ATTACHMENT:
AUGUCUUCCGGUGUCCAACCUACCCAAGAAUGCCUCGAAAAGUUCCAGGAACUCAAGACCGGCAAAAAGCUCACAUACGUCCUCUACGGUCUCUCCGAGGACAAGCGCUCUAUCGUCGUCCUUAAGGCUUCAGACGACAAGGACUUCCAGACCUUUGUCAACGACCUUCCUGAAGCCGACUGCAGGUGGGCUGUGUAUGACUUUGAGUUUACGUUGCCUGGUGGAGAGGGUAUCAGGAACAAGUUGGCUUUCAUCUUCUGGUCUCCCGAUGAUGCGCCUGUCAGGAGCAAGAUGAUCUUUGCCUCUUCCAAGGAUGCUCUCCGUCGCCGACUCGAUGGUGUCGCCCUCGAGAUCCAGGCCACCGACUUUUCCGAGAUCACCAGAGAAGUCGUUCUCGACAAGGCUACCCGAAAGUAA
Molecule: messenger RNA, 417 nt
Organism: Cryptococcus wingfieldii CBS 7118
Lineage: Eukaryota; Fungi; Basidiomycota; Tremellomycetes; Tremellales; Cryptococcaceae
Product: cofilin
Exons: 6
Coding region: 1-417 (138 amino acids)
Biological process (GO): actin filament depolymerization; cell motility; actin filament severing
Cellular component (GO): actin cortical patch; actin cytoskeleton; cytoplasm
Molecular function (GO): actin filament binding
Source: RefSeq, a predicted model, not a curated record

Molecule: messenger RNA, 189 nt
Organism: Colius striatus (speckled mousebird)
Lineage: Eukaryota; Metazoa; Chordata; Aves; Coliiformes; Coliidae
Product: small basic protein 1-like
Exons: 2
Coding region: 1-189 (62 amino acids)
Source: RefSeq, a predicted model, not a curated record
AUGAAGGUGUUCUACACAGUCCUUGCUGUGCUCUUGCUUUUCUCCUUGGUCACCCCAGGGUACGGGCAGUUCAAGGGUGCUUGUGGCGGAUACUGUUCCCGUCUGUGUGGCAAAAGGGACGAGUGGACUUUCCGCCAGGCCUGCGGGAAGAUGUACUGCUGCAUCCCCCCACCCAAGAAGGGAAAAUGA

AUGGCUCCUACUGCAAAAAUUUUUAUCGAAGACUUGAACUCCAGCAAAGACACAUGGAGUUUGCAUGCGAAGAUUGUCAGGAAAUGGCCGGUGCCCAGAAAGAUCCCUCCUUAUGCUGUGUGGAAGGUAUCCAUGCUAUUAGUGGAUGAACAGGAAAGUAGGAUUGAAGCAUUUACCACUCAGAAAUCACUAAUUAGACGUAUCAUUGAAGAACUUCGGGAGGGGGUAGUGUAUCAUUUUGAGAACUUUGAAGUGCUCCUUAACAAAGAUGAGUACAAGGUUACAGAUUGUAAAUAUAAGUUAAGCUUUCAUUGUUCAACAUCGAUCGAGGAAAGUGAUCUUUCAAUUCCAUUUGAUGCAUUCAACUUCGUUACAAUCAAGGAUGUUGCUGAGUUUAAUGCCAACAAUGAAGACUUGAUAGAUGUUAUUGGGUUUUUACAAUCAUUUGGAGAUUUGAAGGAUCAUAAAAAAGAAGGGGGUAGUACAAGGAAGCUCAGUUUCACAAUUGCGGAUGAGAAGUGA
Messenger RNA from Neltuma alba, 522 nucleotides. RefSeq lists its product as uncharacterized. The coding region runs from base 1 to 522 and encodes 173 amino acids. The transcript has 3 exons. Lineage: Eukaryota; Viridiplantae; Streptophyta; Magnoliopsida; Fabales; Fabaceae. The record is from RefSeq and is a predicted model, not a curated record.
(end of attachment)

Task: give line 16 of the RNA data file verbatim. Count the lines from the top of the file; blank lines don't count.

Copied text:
Exons: 2